Four ways with furikake

This Japanese seasoning goes beyond salt and pepper to deliver the ultimate umami bomb.

Fuyu's fried cauliflower with white miso, sesame and furikake

William Meppem

This Japanese seasoning goes beyond salt and pepper to deliver the ultimate umami bomb.

What is it?

Furikake could be considered the salt and pepper of Japan. It’s a seasoning that contains – at its most basic – roasted sesame seeds, nori and bonito flakes, along with salt and sugar. It can also contain egg, shiso, wasabi, powdered miso, freeze-dried salmon, cod roe, and, somewhat controversially, MSG. “Furikake” means to sprinkle, which is exactly what you do with this flavour-packed seasoning: on steamed rice, noodles, fried chicken, vegetables or tofu, even on fries – anything that will benefit from a flavour boost.

Pictured above: Fuyu’s fried cauliflower with white miso, sesame and furikake

Why do we care?

Umami has been a chefs’ buzzword for the past several years, and furikake is the ultimate umami-bomb. It’s a staple on the tables of Japanese restaurants everywhere, and we’ve spotted it on menus at the likes of Melbourne’s Supernormal, Sydney’s Bar Brosé, and Monster in Canberra, among others.

Where can I get it?

Furikake is available from specialist Japanese and Asian grocery shops, and online. It’s also simple to make your own; try our version here.

DIY furikake

Makes about ⅔ cup

Dry-roast 50gm (⅓ cup) sesame seeds in a frying pan over medium-high heat, stirring frequently, until fragrant and browned (1-2 minutes). Transfer to a bowl, stir in 2 tsp sea salt and stand to cool. Thinly slice 2 nori sheets (it’s easiest to do this with kitchen scissors), add to sesame mixture along with 2½ tbsp bonito flakes (katsuobushi) and a pinch of caster sugar if you like a touch of sweetness. Toss to combine and store in an airtight container for up to 2 months.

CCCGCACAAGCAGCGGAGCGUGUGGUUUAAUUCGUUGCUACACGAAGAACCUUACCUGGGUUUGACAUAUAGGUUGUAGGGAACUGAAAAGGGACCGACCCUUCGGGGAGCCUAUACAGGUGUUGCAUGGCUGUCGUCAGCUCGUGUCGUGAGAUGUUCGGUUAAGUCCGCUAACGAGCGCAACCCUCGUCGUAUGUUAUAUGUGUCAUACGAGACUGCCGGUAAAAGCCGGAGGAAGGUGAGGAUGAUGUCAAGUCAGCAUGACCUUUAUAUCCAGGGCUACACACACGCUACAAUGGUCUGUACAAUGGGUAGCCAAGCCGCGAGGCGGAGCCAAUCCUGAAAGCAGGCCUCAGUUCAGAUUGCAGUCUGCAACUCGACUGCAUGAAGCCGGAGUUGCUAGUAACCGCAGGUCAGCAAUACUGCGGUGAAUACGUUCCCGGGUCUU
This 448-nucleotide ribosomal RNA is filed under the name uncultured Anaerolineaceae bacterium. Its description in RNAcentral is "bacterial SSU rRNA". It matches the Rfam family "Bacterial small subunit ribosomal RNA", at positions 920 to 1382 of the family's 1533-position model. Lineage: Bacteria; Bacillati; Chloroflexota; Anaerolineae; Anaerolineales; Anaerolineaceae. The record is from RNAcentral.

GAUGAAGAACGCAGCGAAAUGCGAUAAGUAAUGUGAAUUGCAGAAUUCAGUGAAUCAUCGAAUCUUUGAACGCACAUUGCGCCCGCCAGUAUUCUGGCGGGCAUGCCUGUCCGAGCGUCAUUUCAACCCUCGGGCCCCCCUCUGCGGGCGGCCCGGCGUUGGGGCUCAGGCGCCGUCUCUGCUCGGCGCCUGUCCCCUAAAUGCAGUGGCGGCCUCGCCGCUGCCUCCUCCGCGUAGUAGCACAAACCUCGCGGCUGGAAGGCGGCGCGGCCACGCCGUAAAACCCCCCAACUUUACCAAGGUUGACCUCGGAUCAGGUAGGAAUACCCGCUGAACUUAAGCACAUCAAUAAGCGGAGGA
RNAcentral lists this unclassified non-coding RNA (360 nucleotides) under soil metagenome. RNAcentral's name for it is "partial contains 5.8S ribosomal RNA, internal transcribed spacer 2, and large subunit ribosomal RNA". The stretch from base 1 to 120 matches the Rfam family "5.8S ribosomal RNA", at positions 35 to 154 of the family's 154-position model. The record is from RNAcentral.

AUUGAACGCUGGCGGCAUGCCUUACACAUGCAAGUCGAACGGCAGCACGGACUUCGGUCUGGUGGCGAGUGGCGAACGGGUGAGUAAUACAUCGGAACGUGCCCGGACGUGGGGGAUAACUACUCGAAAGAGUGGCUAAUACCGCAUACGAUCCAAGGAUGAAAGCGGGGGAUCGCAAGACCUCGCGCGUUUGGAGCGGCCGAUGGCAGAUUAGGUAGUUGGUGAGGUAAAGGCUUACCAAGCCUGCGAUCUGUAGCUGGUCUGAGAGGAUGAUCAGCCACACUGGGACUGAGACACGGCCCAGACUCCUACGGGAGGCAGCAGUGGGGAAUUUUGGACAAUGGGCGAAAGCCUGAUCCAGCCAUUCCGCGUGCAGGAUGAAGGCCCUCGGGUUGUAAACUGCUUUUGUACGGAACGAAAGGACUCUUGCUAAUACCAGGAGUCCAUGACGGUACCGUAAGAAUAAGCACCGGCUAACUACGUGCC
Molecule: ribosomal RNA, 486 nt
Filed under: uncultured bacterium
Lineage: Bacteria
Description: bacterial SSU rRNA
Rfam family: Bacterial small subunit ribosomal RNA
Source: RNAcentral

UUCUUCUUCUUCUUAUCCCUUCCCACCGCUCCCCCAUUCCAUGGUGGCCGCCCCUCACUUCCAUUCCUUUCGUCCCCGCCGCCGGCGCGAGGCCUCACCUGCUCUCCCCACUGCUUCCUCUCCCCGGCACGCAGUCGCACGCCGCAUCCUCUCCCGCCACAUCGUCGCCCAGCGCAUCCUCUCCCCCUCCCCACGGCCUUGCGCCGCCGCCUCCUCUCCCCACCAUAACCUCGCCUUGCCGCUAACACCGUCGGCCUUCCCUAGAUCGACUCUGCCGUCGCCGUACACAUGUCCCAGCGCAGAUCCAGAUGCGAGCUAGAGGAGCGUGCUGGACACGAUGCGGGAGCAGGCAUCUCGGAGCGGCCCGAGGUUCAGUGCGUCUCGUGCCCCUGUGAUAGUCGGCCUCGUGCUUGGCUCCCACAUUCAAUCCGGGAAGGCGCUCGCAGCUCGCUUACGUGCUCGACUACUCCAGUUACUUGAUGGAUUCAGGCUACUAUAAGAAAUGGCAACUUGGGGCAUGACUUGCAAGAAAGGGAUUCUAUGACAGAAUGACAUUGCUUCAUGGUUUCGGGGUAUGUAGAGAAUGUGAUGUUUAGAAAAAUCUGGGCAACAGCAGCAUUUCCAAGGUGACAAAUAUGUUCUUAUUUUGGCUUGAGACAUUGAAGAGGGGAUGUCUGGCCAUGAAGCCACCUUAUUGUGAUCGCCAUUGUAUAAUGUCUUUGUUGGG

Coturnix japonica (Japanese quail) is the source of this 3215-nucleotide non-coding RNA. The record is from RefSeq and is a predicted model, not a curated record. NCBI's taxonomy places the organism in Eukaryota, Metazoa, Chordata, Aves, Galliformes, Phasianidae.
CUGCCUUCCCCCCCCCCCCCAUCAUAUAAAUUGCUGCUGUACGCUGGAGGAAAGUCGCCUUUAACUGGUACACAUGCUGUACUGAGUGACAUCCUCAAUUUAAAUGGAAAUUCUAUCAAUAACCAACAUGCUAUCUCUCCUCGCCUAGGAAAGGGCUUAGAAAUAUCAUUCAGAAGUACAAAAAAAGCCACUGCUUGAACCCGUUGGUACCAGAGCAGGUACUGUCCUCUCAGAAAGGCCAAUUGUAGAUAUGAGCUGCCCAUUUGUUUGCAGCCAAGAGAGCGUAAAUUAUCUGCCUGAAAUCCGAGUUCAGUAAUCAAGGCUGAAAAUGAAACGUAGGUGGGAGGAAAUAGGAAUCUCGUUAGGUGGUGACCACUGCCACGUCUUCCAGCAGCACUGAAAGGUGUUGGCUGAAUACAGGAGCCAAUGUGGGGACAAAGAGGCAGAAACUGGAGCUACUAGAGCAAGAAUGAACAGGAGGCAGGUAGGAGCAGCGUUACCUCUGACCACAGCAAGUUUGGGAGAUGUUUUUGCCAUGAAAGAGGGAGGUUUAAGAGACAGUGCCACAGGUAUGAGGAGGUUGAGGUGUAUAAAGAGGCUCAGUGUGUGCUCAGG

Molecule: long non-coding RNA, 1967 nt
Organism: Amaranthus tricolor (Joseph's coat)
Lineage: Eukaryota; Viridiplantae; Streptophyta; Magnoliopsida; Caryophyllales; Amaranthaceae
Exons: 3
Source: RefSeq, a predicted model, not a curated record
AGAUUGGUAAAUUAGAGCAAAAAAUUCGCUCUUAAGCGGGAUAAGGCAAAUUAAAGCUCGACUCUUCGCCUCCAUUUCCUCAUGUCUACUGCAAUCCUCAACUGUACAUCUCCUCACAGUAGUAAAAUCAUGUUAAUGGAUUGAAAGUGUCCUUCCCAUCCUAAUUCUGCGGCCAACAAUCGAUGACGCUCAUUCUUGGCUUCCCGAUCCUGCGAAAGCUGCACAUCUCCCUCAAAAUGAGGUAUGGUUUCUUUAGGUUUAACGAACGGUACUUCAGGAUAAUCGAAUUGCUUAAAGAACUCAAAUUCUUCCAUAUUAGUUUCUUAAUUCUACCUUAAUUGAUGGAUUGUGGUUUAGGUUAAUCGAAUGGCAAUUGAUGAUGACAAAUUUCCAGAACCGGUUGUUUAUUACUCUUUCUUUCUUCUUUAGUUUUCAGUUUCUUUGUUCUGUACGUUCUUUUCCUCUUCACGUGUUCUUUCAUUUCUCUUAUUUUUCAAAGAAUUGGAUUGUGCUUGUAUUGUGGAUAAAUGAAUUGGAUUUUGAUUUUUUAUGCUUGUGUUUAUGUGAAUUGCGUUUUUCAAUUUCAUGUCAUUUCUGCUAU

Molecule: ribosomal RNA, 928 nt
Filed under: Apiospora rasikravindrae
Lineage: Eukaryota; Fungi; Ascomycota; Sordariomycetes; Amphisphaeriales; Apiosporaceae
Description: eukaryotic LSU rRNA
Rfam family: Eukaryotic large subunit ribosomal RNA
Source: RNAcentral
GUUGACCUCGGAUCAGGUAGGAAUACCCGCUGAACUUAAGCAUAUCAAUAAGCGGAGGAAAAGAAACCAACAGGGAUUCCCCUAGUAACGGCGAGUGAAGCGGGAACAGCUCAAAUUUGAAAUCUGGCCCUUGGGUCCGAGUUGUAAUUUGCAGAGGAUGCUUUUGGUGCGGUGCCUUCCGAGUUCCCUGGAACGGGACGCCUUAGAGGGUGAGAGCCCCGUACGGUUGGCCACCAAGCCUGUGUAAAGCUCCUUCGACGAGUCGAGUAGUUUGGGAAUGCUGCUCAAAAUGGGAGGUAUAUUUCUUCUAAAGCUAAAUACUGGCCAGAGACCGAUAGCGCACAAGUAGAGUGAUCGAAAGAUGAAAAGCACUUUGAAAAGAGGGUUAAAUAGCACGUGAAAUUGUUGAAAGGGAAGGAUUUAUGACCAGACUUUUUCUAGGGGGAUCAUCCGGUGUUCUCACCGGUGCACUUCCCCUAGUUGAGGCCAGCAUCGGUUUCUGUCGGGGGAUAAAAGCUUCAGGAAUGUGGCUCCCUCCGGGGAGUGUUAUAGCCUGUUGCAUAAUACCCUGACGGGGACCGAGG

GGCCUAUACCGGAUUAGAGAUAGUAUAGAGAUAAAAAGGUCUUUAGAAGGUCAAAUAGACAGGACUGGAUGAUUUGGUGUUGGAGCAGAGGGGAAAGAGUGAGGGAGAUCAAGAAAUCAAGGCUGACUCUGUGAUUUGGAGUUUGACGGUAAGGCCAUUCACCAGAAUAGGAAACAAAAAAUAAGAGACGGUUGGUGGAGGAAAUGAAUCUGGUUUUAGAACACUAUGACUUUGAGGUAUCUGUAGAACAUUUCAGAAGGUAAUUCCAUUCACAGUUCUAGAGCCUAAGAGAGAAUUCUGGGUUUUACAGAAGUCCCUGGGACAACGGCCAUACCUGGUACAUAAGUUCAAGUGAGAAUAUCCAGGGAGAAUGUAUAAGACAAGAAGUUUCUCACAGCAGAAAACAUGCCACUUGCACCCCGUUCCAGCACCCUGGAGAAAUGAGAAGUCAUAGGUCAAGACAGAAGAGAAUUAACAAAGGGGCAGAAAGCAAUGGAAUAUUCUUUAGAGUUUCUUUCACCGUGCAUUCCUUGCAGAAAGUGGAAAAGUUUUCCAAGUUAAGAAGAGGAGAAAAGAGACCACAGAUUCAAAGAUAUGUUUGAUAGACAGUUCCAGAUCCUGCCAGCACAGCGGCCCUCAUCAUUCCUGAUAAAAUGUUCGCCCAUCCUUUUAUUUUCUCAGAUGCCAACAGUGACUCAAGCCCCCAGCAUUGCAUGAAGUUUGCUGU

Furikake butter

Makes 250gm

Beat 250gm unsalted butter in an electric mixer until light and fluffy (2-3 minutes), add 2½ tbsp furikake and 2 tsp rice vinegar and beat to combine. Refrigerate in an airtight container for up to a month. This butter works well on seared steak or roast fish, or melted and tossed through freshly popped corn.

Furikake fried rice with hot-smoked salmon

Serves 4

Heat 2 tbsp vegetable oil in a wok over medium-high heat, crack in 3 eggs and stir-fry until just cooked, then set aside. Add 3 thinly sliced spring onions, 30gm finely grated ginger and 2 finely grated garlic cloves to wok and stir-fry until fragrant (30 seconds). Add 750gm cold cooked jasmine rice and stir-fry, breaking up any clumps, until heated through (4-5 minutes). Season to taste with soy sauce and freshly ground black pepper, then stir in furikake to taste. Top with 250gm flaked hot-smoked salmon and 1 large Lebanese cucumber, halved and thinly sliced, scatter with extra thinly sliced spring onion and furikake to taste and serve hot.

Roast eggplant with miso dressing and furikake

Serves 4 as a side dish

Preheat oven to 180C. Toss 2 diced eggplant in an oven dish with 2 tbsp vegetable oil and roast, stirring occasionally, until browned and tender (15-20 minutes). Meanwhile, whisk 2 tbsp white miso paste, 2 tbsp rice vinegar, 1 tbsp mirin, 2 tsp finely grated ginger and 1½ tbsp water in a bowl, pour mixture over roasted eggplant and toss to combine, then roast until glaze starts to caramelise (4-5 minutes). Serve warm or at room temperature scattered with thinly sliced spring onion and seasoned generously with furikake.

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